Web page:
Tag Archives: Mike Wieringo

Today’s Super Comics — Fantastic Four #67-70, 500 (2003)

Doctor Doom finally figures out how to one-up Reed Richards in Fantastic Four #67-70 and 500. And yes, those numbers are correct. Marvel likes to have it both ways with numbering—reboot for a new #1 to designate a jumping-on point, then revert to the original numbering for anniversary issues.

Anyway, there’s one subject area where Reed is in over his head. He can’t comprehend magic. The world’s smartest man is an idiot when it comes to sorcery. But Doom understands the fundamentals, and as the son of a gypsy, it’s an established part of his heritage. So in his ongoing quest to humble Mr. Fantastic, Doom rejects science in favor of magic and strikes at the Fantastic Four through their children.

There are no higher stakes than imperiled children. Not even saving the whole world or universe reaches that level, because the scale is too grand to remain relatable. But your kids are in trouble? We can all understand that terror.

The script by Mark Waid nails the characterization of both Doom and Reed, particularly how arrogant they can both be. The storyline shows how they’re perfect antagonists for each other. They reflect each other’s strengths and weaknesses, and their conflict has always been personal. Appropriately for an anniversary issue, there’s history here, and the feud escalates to the next level.

Marvel has published many superb Fantastic Four stories over the decades, and this is in the top tier. And it begs the question—why isn’t Marvel currently publishing Fantastic Four comics?

Writer: Mark Waid

Penciler: Mike Wieringo

Inker: Karl Kesel

Publisher: Marvel Comics

How to Read It: back issues; Marvel Unlimited; Comixology; included in Fantastic Four by Waid & Wieringo Ultimate Collection, Book 1 (TPB)

Appropriate For: ages 11 and up

Today’s Super Comic — Ms. Marvel #10 (2007)

The Ms. Marvel series from ten years ago is largely about Carol Danvers striving to become one of Earth’s greatest superheroes. But to be her best self, she must first confront her own worst self—and do so in very comic booky ways, of course.

In #10, a Carol Danvers from a different reality has come to murder the X-Men’s Rogue. Bit of history: In Rogue’s first appearance way back when, she was a member of the Brotherhood of Evil Mutants and attacked Ms. Marvel, permanently absorbing all her powers and memories. Carol hung out with the X-Men for a while as Professor Xavier helped reassemble her memories, but she felt like a stranger in her own head. After she evolved into Binary and the X-Men took Rogue in, Carol ran away from Earth with the Starjammers (and returned at some point, obviously, though I’m not sure when).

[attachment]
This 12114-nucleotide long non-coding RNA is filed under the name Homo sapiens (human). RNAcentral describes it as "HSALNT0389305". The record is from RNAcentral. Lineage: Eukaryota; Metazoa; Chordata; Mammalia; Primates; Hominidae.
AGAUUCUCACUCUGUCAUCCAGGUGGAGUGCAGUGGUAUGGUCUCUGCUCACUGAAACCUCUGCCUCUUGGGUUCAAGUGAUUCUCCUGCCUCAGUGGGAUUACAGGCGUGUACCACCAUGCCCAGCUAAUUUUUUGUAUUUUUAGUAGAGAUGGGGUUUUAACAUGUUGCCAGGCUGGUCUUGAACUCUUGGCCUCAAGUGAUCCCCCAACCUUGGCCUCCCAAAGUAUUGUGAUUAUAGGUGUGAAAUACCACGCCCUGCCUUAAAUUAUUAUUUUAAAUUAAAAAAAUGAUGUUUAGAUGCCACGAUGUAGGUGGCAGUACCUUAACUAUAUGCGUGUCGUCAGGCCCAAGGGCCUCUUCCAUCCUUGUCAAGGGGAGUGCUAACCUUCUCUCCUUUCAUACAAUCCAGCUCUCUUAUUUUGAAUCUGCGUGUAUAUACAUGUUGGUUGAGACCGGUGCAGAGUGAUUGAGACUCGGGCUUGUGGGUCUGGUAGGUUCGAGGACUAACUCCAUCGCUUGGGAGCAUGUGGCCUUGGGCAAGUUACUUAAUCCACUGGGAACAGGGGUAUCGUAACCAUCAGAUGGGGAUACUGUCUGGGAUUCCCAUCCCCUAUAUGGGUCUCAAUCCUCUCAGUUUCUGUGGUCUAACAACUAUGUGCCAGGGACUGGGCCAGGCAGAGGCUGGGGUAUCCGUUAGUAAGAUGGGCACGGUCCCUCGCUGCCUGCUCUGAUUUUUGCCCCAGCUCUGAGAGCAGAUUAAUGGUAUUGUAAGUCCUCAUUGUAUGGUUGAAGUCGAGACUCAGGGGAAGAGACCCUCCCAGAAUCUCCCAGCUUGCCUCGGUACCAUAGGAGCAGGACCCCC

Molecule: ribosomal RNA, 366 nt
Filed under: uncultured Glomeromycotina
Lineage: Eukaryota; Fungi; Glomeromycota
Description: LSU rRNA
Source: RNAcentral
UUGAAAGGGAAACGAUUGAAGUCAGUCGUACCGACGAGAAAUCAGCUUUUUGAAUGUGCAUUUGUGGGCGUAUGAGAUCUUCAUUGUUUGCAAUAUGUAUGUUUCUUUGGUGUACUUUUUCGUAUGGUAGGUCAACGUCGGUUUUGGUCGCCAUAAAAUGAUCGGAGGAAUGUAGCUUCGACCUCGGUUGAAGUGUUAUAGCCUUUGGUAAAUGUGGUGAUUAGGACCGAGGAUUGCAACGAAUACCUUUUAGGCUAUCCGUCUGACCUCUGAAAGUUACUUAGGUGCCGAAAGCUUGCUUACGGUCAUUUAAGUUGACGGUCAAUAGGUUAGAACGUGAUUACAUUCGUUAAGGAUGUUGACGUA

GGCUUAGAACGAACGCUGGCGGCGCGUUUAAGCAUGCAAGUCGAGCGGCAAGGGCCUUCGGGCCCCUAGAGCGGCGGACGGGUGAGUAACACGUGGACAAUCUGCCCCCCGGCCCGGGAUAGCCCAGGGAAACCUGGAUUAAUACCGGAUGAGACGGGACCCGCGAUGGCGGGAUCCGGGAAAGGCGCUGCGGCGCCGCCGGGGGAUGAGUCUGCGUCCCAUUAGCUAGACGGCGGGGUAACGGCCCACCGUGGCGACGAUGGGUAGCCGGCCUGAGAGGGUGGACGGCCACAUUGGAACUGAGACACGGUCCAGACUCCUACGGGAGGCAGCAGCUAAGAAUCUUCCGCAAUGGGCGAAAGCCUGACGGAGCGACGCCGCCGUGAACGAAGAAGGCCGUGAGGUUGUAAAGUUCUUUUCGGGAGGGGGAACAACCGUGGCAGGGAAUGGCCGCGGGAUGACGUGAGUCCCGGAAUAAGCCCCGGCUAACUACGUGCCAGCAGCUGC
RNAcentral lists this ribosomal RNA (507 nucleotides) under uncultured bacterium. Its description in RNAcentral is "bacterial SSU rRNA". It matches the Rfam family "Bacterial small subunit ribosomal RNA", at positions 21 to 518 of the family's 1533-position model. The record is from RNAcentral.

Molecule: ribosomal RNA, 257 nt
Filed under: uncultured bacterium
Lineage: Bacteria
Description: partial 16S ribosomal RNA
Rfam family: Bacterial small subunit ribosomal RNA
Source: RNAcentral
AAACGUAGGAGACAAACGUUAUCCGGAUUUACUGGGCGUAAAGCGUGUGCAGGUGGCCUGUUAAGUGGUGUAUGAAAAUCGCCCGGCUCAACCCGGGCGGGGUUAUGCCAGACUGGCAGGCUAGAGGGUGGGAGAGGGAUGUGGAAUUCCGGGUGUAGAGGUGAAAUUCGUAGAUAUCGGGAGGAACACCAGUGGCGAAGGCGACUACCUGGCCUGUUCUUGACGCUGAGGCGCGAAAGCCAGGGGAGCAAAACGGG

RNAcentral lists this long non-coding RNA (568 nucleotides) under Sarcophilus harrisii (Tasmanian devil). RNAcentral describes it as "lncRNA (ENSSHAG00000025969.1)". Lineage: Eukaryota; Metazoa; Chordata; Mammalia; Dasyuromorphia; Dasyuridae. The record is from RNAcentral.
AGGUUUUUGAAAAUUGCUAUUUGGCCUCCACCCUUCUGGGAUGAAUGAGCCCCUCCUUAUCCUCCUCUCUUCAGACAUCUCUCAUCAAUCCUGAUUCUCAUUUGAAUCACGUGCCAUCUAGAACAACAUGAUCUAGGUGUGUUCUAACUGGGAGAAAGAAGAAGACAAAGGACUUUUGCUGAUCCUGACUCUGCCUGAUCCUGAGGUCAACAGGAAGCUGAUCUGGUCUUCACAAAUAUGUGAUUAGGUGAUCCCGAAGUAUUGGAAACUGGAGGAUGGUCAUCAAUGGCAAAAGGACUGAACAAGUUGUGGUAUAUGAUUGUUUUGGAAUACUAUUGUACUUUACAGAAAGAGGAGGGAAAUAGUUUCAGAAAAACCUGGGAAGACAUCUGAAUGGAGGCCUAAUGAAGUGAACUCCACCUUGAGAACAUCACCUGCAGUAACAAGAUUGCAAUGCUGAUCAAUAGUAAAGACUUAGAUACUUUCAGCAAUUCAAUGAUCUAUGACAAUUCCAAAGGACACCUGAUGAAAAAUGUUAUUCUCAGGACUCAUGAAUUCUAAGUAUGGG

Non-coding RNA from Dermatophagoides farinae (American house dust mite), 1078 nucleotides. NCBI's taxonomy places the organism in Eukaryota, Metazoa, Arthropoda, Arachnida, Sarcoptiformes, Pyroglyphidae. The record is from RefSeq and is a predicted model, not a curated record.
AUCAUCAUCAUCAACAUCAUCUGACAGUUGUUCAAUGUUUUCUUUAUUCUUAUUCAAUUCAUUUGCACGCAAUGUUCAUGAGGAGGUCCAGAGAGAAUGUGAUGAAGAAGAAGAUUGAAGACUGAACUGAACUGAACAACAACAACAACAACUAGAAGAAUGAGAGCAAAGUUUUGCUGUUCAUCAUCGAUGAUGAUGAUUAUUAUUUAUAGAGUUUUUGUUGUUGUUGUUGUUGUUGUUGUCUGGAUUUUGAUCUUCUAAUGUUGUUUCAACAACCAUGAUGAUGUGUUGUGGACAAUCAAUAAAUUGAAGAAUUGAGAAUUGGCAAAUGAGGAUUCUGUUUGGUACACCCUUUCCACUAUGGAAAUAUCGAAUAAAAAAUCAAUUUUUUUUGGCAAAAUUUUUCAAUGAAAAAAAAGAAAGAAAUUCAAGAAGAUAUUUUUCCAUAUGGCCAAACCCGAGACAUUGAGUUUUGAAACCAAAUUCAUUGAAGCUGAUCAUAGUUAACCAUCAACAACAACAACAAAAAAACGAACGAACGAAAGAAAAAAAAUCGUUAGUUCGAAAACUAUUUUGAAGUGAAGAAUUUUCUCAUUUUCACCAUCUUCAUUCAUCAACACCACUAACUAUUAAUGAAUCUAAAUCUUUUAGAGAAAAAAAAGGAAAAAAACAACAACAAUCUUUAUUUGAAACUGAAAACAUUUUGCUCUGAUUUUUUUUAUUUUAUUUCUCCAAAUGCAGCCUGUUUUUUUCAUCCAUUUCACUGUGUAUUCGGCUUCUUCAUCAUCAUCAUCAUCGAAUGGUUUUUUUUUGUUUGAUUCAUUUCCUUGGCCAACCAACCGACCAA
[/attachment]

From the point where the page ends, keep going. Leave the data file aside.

So apparently in every reality, Rogue has ruined Carol’s life in this same way, so this alternate Carol (calling herself Warbird, which was the main Carol’s name during her alcoholic period), having failed to save her own world from obliteration, is on a mission to kill every reality’s Rogue and every Carol who has forgiven and befriended Rogue.

Yes, very comic booky. But in a good way. The situation forces the real Carol to question whether she has indeed forgiven Rogue, and it tempts her to run away again. And she has to make a decision to be a better person than she was all those years ago.

Comic booky shenanigans, when executed properly, can indeed lead to character growth.

Writer: Brian Reed

Penciler: Mike Wieringo

Inker: Wade Von Grawbadger

Publisher: Marvel Comics

How to Read It: back issues; Marvel Unlimited; Comixology; included in Ms. Marvel vol. 2: Civil War (TPB)

Appropriate For: ages 12 and up

Today’s Super Comic — Fantastic Four #64 (2003)

Love and mathematics save the day in Fantastic Four #64, and that’s basically the Fantastic Four in a nutshell.

One of the reasons why Mark Waid and Mike Wieringo’s Fantastic Four run works so wonderfully is because they focus on the FF as a family, and they do so without skimping on the imaginative action/adventure. Other super-teams might be like a family, but the FF legitimately are one.

And in this issue, the family dynamic plays into the plot. Reed and Sue’s young son Franklin accidentally creates a sentient mathematical expression while fiddling with his father’s advanced computer because he was trying to make himself smarter so his parents would love him more. The sentient expression wants to use Reed to create a balanced equation, so it attempts to “subtract” everything and everyone from his life until they are equals.